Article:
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Labor Secretary David Dickerson announces completion of "Sickout" investigation

The investigation found that 1,074 teachers did violate Kentucky law, which clearly prohibits work stoppages.

FRANKFORT, Ky. — (WHAS11)-The Kentucky Labor Cabinet has finished its investigation into the 2019 general session teacher sickouts.

According to Labor Cabinet Secretary David Dickerson, 1,074 teachers did violate Kentucky law.

RELATED: Federal judge orders school districts to turn in teacher sickout names

The cabinet investigated whether teachers engaged in an illegal work stoppage when they protested at the state capitol earlier this year.

According to a news release, the cabinet could fine the teachers up to $1,000 a day, but they won't be fined this time.

“It is important to note what the Court explicitly stated,” added Dickerson. “Citizens of the Commonwealth have a strong and continuing interest in public schools remaining open during the school year. The purpose of the Cabinet’s investigation was to undertake a thorough investigation into conduct by some public school teachers and ensure that work stoppages do not happen again so that public schools will be able to fulfill their mission to educate the children of Kentucky. The Cabinet remains dedicated to that mission and will continue to monitor any future ‘sickouts’ closely for further violations of Kentucky labor law.”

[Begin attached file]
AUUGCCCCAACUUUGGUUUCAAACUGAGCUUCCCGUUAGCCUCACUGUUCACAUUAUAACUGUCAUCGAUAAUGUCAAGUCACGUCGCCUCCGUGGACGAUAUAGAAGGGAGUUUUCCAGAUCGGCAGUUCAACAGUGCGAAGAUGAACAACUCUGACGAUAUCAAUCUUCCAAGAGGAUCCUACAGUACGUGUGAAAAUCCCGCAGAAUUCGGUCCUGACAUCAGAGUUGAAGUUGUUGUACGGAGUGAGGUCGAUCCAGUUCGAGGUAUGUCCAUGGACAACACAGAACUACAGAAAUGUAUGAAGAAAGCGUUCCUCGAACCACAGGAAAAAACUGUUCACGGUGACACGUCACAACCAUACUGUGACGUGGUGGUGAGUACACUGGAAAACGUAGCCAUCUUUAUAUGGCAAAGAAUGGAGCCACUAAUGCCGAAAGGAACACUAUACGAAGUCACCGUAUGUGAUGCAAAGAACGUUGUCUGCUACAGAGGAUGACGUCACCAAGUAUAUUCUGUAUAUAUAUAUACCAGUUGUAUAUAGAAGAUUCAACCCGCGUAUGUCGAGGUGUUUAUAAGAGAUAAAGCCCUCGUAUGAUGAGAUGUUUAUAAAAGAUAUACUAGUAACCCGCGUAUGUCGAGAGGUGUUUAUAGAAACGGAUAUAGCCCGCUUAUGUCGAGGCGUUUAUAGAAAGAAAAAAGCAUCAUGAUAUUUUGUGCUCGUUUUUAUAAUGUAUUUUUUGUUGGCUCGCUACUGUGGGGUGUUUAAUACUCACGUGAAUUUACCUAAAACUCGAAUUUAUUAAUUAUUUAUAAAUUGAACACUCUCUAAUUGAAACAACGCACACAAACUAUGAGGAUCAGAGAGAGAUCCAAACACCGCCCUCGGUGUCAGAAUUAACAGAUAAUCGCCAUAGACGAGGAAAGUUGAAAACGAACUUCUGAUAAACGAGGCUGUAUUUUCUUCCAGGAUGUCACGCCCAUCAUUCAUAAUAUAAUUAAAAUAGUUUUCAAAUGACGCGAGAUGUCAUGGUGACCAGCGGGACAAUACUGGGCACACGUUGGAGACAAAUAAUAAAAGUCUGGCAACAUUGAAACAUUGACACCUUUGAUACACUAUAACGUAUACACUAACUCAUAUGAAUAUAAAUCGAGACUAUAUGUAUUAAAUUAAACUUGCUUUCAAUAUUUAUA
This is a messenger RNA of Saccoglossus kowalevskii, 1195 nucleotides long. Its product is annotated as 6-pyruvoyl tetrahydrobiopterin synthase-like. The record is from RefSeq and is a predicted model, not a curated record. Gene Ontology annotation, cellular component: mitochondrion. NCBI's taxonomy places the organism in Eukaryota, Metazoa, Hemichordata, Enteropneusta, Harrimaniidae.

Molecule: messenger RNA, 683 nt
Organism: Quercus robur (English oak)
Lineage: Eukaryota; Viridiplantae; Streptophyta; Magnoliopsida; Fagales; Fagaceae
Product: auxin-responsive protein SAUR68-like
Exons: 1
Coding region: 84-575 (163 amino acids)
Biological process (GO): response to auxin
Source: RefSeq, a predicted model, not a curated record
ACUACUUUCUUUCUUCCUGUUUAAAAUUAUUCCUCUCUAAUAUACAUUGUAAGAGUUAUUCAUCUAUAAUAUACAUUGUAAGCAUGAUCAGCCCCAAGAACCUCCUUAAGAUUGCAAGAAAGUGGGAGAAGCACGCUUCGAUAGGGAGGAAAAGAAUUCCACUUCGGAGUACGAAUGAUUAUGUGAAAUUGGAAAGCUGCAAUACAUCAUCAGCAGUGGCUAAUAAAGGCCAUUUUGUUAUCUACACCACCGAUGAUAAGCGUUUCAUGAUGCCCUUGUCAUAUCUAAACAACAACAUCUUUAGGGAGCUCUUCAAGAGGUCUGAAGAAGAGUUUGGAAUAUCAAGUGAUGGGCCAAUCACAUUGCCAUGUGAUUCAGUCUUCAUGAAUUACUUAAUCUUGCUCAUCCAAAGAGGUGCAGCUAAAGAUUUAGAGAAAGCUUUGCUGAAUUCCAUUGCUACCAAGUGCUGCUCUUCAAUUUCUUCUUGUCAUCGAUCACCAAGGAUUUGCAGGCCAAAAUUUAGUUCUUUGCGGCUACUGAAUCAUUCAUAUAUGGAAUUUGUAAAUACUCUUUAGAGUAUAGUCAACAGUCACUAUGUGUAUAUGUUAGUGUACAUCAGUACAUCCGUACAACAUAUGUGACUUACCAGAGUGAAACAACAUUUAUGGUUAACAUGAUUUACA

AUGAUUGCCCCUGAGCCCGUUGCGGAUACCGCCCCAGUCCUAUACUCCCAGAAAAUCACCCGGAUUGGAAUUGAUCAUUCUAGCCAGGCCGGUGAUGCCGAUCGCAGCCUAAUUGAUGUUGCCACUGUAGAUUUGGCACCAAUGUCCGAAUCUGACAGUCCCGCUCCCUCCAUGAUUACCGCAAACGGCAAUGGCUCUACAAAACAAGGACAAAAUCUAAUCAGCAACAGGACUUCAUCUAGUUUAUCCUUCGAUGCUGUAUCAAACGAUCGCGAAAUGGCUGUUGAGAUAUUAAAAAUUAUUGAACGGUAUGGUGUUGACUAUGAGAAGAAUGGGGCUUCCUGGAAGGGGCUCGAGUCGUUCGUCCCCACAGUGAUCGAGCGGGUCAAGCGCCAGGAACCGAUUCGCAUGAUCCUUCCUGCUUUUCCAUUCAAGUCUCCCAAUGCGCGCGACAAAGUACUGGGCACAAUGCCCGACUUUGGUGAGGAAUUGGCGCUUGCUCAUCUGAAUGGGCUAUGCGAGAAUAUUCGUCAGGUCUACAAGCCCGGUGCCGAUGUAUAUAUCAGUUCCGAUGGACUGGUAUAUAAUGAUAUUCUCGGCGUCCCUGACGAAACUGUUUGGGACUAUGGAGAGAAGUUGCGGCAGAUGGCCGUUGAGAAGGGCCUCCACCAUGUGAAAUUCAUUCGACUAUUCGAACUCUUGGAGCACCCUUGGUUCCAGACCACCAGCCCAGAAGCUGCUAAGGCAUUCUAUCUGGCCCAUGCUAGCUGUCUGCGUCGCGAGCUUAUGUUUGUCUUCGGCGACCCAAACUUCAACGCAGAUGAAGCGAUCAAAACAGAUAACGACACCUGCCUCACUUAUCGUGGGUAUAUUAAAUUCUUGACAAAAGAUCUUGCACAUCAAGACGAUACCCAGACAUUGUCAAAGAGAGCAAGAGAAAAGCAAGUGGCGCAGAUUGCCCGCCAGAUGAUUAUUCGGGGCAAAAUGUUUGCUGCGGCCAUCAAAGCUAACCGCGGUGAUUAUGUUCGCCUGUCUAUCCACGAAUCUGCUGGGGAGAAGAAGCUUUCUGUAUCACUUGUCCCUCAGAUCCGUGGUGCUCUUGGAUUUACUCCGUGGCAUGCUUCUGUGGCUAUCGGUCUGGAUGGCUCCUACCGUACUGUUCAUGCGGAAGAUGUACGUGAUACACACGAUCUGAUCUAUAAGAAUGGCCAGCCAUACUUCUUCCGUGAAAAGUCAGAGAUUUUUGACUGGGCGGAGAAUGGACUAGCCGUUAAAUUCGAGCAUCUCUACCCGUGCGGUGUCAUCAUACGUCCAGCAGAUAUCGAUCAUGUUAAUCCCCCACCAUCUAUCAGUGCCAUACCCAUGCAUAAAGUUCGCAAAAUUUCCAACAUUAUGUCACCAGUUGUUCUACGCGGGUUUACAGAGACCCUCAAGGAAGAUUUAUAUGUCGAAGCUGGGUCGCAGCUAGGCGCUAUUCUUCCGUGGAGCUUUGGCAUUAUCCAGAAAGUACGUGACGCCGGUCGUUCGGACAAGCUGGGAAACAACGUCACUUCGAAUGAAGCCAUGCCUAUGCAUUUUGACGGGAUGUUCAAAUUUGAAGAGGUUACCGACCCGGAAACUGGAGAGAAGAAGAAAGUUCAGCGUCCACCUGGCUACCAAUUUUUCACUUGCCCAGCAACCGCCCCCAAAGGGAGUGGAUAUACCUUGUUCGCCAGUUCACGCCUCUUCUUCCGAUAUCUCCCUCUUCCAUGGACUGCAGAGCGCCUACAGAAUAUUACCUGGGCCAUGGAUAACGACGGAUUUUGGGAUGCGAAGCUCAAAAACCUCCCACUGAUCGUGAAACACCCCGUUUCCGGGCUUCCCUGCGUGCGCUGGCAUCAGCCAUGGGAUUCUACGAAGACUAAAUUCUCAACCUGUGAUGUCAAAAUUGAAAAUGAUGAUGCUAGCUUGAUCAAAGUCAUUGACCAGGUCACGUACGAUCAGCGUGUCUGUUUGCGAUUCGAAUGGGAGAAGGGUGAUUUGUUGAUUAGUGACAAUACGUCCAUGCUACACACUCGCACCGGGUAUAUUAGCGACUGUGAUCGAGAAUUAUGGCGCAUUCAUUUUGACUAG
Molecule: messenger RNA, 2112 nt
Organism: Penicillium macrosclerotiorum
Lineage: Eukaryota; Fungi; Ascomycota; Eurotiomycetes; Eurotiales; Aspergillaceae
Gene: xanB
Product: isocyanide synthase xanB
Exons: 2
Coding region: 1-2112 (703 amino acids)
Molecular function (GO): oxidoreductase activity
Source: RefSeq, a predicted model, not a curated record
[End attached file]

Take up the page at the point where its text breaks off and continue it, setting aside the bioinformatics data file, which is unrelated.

Dickerson says "The grace extended in this instance will not be extended for future violations. The public cannot tolerate another illegal work stoppage in our schools. It is important for public school teachers to understand the level of seriousness that, by law, the Labor Cabinet must and will give to any future work stoppages. We dedicate ourselves to students and parents across the Commonwealth to make sure that this doesn’t happen again, and that our schools will remain open."

A full copy of the Court’s Order can be found here

The sickouts forced the district to shut down six times from late February into March. 

The action drew criticism from Republican Gov. Matt Bevin and Education Commissioner Wayne Lewis.


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